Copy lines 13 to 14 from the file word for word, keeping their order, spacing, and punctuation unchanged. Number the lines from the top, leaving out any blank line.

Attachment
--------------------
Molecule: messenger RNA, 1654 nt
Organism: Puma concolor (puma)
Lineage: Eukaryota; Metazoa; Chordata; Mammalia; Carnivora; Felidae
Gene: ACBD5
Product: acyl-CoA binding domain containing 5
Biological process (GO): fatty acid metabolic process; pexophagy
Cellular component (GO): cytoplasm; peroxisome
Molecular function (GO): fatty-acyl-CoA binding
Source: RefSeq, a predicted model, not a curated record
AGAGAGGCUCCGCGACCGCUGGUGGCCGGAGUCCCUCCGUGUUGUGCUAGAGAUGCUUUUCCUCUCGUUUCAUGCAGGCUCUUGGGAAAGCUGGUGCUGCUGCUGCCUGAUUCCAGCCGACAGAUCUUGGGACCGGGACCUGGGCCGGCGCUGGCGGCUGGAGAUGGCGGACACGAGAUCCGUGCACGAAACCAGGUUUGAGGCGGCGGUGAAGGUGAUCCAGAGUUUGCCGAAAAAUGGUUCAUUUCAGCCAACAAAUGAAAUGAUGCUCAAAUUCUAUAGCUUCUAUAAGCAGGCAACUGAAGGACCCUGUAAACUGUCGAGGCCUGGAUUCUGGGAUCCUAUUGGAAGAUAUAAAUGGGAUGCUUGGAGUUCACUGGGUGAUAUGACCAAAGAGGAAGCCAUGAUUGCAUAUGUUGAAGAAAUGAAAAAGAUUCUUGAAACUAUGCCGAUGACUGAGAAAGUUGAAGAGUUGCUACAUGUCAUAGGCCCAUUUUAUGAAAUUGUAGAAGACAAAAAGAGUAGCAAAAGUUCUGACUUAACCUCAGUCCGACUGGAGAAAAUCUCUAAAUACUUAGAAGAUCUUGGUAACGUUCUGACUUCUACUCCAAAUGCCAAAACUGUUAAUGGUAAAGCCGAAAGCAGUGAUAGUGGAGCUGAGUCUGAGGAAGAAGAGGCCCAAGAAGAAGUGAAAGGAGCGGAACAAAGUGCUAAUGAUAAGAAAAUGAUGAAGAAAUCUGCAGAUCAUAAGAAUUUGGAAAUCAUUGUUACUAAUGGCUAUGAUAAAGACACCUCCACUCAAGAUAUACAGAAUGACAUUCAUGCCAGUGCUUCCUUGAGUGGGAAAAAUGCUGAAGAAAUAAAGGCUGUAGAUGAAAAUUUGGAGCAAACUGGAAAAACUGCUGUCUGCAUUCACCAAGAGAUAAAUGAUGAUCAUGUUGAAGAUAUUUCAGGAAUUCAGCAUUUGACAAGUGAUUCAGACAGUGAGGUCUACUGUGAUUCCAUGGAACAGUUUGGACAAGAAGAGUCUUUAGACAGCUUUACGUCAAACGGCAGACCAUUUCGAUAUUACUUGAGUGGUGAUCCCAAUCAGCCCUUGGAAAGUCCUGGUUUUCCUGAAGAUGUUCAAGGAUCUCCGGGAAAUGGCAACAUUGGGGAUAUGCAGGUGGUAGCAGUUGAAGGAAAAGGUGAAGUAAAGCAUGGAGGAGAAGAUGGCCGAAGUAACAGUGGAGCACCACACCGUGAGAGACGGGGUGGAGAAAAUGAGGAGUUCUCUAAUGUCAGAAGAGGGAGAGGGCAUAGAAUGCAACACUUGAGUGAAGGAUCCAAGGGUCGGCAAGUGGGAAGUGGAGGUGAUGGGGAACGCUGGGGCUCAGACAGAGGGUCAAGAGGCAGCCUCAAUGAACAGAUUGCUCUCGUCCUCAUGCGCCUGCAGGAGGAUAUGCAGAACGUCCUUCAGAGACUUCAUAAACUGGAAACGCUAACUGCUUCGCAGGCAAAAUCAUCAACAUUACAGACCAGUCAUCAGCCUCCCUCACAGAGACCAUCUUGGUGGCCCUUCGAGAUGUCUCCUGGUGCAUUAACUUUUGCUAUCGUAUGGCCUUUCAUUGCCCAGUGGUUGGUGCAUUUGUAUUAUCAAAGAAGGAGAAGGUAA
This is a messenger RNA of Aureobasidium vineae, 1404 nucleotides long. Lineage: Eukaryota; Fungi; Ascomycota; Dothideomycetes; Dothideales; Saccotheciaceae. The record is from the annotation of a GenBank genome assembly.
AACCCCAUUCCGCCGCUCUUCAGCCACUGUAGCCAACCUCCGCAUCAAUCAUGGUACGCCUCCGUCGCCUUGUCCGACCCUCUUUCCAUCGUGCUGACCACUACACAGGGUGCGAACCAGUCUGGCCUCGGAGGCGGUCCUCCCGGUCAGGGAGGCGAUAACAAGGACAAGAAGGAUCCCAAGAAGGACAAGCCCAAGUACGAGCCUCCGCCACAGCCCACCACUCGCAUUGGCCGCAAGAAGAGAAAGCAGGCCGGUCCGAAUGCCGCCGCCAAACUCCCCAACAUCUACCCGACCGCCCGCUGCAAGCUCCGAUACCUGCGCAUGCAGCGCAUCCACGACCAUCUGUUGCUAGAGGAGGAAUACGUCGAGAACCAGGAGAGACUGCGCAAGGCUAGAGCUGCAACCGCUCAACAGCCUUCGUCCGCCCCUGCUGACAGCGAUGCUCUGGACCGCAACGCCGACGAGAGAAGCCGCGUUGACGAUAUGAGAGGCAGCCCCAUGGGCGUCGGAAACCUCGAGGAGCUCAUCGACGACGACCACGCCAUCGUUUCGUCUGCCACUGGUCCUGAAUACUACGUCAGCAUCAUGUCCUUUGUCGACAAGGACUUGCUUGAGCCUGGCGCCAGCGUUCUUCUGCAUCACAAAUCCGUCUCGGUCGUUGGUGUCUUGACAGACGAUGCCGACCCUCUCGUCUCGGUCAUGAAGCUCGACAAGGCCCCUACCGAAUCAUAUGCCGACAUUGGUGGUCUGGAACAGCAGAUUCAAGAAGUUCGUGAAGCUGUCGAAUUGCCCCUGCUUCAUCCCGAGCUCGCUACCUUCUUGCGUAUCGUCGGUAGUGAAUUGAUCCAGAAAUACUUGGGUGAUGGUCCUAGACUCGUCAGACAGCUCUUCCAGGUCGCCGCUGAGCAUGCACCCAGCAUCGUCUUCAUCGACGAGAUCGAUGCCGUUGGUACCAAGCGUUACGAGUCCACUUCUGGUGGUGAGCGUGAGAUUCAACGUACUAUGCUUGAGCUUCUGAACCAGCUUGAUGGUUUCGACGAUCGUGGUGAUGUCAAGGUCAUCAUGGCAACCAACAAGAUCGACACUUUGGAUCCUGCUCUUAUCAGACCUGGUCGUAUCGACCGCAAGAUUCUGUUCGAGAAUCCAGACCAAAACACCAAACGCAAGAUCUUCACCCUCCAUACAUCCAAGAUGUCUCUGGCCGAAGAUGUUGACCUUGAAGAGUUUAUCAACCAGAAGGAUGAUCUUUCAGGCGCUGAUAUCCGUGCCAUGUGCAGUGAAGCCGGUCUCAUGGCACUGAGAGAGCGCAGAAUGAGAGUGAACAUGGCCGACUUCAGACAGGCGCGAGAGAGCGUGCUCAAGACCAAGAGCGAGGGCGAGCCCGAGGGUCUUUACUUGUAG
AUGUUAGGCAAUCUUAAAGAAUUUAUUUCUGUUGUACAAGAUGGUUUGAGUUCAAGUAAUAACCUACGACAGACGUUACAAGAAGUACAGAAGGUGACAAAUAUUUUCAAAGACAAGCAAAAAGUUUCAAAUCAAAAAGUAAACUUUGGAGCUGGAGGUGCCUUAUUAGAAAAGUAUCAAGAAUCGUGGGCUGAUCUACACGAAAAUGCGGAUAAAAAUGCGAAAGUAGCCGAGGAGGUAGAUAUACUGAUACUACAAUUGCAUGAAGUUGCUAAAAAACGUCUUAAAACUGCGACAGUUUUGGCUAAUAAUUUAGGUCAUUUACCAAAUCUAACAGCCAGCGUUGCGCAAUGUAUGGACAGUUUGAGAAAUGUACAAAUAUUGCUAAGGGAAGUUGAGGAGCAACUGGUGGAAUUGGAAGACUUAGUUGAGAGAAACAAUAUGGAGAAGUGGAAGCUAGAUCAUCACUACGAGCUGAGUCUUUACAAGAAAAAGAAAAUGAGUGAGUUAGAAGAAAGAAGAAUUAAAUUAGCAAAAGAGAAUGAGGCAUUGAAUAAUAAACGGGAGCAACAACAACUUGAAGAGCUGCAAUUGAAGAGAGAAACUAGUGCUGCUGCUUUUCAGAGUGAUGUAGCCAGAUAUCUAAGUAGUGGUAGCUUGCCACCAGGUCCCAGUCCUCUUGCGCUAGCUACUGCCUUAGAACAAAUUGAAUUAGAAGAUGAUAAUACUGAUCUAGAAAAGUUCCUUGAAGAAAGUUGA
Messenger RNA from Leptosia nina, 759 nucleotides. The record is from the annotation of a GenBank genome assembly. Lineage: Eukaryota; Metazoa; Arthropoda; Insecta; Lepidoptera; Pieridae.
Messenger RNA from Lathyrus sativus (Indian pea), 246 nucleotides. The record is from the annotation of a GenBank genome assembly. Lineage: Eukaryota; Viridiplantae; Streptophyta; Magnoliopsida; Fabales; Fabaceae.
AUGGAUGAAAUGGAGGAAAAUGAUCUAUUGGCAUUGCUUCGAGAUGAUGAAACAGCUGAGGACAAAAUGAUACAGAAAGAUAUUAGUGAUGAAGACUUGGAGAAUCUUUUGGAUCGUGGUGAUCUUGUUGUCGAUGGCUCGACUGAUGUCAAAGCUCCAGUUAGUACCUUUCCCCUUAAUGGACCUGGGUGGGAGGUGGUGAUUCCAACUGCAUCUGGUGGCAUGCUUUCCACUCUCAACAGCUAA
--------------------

AUGUUAGGCAAUCUUAAAGAAUUUAUUUCUGUUGUACAAGAUGGUUUGAGUUCAAGUAAUAACCUACGACAGACGUUACAAGAAGUACAGAAGGUGACAAAUAUUUUCAAAGACAAGCAAAAAGUUUCAAAUCAAAAAGUAAACUUUGGAGCUGGAGGUGCCUUAUUAGAAAAGUAUCAAGAAUCGUGGGCUGAUCUACACGAAAAUGCGGAUAAAAAUGCGAAAGUAGCCGAGGAGGUAGAUAUACUGAUACUACAAUUGCAUGAAGUUGCUAAAAAACGUCUUAAAACUGCGACAGUUUUGGCUAAUAAUUUAGGUCAUUUACCAAAUCUAACAGCCAGCGUUGCGCAAUGUAUGGACAGUUUGAGAAAUGUACAAAUAUUGCUAAGGGAAGUUGAGGAGCAACUGGUGGAAUUGGAAGACUUAGUUGAGAGAAACAAUAUGGAGAAGUGGAAGCUAGAUCAUCACUACGAGCUGAGUCUUUACAAGAAAAAGAAAAUGAGUGAGUUAGAAGAAAGAAGAAUUAAAUUAGCAAAAGAGAAUGAGGCAUUGAAUAAUAAACGGGAGCAACAACAACUUGAAGAGCUGCAAUUGAAGAGAGAAACUAGUGCUGCUGCUUUUCAGAGUGAUGUAGCCAGAUAUCUAAGUAGUGGUAGCUUGCCACCAGGUCCCAGUCCUCUUGCGCUAGCUACUGCCUUAGAACAAAUUGAAUUAGAAGAUGAUAAUACUGAUCUAGAAAAGUUCCUUGAAGAAAGUUGA
Messenger RNA from Leptosia nina, 759 nucleotides. The record is from the annotation of a GenBank genome assembly. Lineage: Eukaryota; Metazoa; Arthropoda; Insecta; Lepidoptera; Pieridae.